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Embrace the Unexpected

It’s the most wonderful COOKING time of the year! Everyone has their traditions, those recipes that they pull out once a year. Maybe you’re the kind of chef who likes to spice it up and try new recipes each year. No matter what you are cooking, you’re probably using some sort of flavoring.

One of my favorite Christmas recipes around our house is my mom’s famous sugar cookies!! Mmmmmm!

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One of the most important ingredients for these cookies is the vanilla extract! Companies who make flavorings can get them from natural resources, but often that is unsustainable so they have brilliant scientists in a lab working to find out what compound gives it that specific flavor. Take vanilla for example, you can extract the vanillin compound from vanilla beans OR you can chemically synthesize it in a lab. In fact, taste testers preferred a slightly altered ETHYL vanillin over the natural vanilla.

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Many people get nervous when they hear “ARTIFICIAL” flavoring. They want their foods to be all natural! Unfortunately for them, the term natural flavoring is very broadly used. First of all, the term “natural flavoring” can be used for anything that originates from nature, even if it was then adjusted or chemically altered in a lab. Secondly, even though it says natural flavoring, it might not come from the expected natural source you’re thinking of.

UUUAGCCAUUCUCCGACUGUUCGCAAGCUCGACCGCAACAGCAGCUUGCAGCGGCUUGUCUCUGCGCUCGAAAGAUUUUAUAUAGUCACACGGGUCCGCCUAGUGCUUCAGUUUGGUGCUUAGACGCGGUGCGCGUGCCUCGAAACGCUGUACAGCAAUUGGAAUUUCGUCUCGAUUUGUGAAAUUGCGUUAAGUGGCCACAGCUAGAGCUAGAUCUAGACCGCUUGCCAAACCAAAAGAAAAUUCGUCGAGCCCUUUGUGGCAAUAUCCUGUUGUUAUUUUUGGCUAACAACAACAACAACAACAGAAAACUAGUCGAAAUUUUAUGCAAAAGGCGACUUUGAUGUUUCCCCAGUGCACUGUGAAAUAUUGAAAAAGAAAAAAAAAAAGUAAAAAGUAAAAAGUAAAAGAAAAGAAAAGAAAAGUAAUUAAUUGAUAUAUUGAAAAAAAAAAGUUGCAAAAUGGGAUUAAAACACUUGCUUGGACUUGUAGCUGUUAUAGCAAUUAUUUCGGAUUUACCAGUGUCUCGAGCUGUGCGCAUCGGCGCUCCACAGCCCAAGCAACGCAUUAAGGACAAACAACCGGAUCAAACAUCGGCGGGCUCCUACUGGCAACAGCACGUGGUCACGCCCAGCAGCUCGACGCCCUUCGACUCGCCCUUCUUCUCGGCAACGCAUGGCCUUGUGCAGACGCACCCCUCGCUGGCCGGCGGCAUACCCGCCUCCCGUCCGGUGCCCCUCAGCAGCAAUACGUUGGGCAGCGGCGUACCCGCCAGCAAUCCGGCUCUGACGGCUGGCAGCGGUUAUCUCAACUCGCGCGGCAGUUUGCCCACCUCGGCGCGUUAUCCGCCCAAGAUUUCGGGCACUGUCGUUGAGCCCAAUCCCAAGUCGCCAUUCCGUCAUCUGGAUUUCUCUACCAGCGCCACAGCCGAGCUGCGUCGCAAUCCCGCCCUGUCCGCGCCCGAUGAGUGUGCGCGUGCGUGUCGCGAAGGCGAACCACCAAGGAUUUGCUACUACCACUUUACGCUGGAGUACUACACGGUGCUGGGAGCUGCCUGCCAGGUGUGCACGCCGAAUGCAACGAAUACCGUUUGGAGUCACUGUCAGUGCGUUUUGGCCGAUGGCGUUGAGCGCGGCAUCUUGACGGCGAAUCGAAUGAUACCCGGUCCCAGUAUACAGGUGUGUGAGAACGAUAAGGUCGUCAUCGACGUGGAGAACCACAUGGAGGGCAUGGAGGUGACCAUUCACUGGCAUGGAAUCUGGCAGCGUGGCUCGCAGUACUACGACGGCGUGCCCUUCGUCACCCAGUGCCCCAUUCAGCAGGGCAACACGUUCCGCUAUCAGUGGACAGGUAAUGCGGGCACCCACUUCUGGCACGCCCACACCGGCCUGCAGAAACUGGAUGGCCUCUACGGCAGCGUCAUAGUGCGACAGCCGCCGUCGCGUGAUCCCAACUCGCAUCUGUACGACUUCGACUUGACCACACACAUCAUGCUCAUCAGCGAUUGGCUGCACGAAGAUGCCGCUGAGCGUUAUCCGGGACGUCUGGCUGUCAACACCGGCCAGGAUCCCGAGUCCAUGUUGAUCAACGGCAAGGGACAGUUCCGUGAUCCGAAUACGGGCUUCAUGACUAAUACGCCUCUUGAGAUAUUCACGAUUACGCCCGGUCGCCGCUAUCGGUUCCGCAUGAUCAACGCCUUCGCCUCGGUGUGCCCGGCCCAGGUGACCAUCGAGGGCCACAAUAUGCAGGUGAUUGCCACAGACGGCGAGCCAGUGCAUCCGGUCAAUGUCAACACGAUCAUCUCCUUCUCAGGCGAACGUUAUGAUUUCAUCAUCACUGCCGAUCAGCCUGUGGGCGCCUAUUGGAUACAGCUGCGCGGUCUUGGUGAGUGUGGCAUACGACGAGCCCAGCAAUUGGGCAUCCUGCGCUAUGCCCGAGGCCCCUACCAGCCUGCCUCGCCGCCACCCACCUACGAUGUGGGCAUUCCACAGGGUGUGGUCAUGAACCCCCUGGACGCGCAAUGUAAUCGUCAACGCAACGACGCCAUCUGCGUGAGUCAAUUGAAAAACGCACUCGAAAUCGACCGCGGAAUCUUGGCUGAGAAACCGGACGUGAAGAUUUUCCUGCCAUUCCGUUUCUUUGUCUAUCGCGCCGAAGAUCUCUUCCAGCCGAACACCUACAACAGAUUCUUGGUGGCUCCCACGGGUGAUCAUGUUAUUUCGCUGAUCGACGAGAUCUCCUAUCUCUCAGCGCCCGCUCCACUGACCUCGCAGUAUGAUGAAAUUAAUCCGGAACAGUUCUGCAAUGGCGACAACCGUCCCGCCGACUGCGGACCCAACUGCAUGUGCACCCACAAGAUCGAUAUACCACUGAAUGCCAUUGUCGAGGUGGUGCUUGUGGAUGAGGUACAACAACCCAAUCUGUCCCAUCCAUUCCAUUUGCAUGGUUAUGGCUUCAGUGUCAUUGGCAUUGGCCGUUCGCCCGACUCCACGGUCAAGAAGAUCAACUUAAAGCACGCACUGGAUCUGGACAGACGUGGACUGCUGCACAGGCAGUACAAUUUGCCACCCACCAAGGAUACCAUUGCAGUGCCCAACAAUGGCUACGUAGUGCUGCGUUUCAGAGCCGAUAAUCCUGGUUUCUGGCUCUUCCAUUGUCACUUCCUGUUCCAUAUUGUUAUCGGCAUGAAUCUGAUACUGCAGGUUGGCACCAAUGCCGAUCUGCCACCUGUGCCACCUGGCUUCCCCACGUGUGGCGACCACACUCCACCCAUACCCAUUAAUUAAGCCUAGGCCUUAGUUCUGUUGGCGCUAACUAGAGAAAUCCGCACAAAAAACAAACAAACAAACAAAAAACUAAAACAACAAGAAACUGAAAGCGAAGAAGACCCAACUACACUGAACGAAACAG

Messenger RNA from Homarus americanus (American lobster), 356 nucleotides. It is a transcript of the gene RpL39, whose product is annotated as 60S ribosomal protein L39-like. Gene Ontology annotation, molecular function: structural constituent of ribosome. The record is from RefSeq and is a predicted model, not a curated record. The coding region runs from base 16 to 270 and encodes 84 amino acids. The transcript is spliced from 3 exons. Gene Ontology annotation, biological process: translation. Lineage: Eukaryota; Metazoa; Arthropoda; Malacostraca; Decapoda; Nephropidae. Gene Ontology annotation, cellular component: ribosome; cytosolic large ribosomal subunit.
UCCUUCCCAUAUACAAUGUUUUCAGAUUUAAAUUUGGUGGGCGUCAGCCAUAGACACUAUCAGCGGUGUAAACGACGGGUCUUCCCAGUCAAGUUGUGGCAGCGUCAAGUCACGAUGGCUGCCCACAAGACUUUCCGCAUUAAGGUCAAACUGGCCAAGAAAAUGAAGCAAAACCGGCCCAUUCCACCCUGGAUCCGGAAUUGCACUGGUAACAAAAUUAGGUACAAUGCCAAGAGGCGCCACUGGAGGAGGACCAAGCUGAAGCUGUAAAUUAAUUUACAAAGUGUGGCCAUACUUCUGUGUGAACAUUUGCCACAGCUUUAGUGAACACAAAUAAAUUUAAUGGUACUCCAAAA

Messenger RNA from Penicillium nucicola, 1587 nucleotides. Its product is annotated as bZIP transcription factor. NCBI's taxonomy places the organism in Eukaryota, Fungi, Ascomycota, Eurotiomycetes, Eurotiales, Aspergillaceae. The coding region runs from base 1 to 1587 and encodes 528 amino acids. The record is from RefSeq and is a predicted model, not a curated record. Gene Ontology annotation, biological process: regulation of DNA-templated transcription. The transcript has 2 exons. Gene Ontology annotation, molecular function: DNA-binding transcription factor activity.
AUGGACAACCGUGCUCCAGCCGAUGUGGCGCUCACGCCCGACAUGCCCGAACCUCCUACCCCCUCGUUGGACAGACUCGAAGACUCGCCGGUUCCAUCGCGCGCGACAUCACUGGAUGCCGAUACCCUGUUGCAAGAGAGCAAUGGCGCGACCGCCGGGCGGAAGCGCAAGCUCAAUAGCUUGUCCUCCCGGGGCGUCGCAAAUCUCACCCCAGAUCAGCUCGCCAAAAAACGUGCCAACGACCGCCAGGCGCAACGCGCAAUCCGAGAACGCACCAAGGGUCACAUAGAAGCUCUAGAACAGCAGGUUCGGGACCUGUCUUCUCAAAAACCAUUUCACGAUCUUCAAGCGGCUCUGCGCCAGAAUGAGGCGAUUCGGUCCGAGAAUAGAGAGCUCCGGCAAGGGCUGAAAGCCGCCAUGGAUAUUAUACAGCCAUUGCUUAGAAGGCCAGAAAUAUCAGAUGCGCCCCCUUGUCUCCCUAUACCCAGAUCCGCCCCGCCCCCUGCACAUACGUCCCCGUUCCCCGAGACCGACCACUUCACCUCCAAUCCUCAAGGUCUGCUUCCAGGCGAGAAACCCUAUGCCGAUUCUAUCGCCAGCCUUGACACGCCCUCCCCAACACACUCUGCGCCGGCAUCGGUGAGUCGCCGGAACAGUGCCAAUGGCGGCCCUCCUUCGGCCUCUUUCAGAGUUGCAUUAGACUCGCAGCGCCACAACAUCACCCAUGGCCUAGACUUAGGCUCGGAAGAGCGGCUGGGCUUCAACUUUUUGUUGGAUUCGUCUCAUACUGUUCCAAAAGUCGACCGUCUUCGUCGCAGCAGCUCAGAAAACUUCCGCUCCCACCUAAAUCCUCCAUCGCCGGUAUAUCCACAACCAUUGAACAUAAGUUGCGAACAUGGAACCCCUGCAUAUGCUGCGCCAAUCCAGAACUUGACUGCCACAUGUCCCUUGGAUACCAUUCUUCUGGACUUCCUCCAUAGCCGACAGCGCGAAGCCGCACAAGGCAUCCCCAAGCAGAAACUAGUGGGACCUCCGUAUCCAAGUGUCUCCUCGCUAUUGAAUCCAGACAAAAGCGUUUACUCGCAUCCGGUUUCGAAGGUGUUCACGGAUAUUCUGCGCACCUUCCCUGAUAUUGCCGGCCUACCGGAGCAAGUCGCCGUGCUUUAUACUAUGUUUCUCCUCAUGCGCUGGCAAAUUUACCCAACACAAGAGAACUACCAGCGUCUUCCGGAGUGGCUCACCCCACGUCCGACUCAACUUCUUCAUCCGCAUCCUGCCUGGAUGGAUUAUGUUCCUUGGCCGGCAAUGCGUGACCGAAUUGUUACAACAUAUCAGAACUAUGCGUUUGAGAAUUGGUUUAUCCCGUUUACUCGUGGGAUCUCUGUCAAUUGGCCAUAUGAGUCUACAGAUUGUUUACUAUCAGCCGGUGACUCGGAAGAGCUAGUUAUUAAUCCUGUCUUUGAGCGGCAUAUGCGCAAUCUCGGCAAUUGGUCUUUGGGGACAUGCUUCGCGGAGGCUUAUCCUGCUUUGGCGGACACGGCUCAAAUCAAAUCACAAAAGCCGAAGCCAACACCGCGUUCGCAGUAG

My first example of this is grapefruit juice. Some of what you are drinking is in fact juice from a grapefruit, just like you would expect. You have a very juicy fruit right there, why would you need anything else to make bottled grapefruit juice? Well, the truth is that grapefruits are pretty expensive. Oranges are much cheaper. SO, in order to make the “essence of a grapefruit”, companies will often isolate a chemical in oranges then manipulate it in a lab to get a grapefruit flavoring. I would’ve never guessed grapefruit juice didn’t always come from grapefruits.

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Then we get to some more… OUT THERE “natural” ingredients.

A lot of foods need assistance looking appealing, so we employ food dyes. One of the most commonly used ingredients in red food coloring is flakes of mashed-up bugs, more specifically, Dactylopius coccus. The naturally occurring compound in these bugs, cochineal, has been used by humans for hundreds of years and provides an important source of cash for a lot of rural Central and South American people. This compound may appear on labels as cochineal, carmine, carminic acid, Natural Red 4, or E120, and it provides colors for all kinds of foods like sausage, artificial crab, and yogurts.

I talked about natural and artificial vanilla before, but scientists have found another natural, but very unexpected, source of vanilla flavor… the back side of a beaver!

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You heard me right. Beavers have glands near their tail that produce the chemical castoreum. Beavers normally use this substance to mark their territory, but scientists use it not only for NATURAL vanilla flavoring, but also for NATURAL strawberry and raspberry flavorings too. They might be used in your favorite ice creams, soda, or yogurt.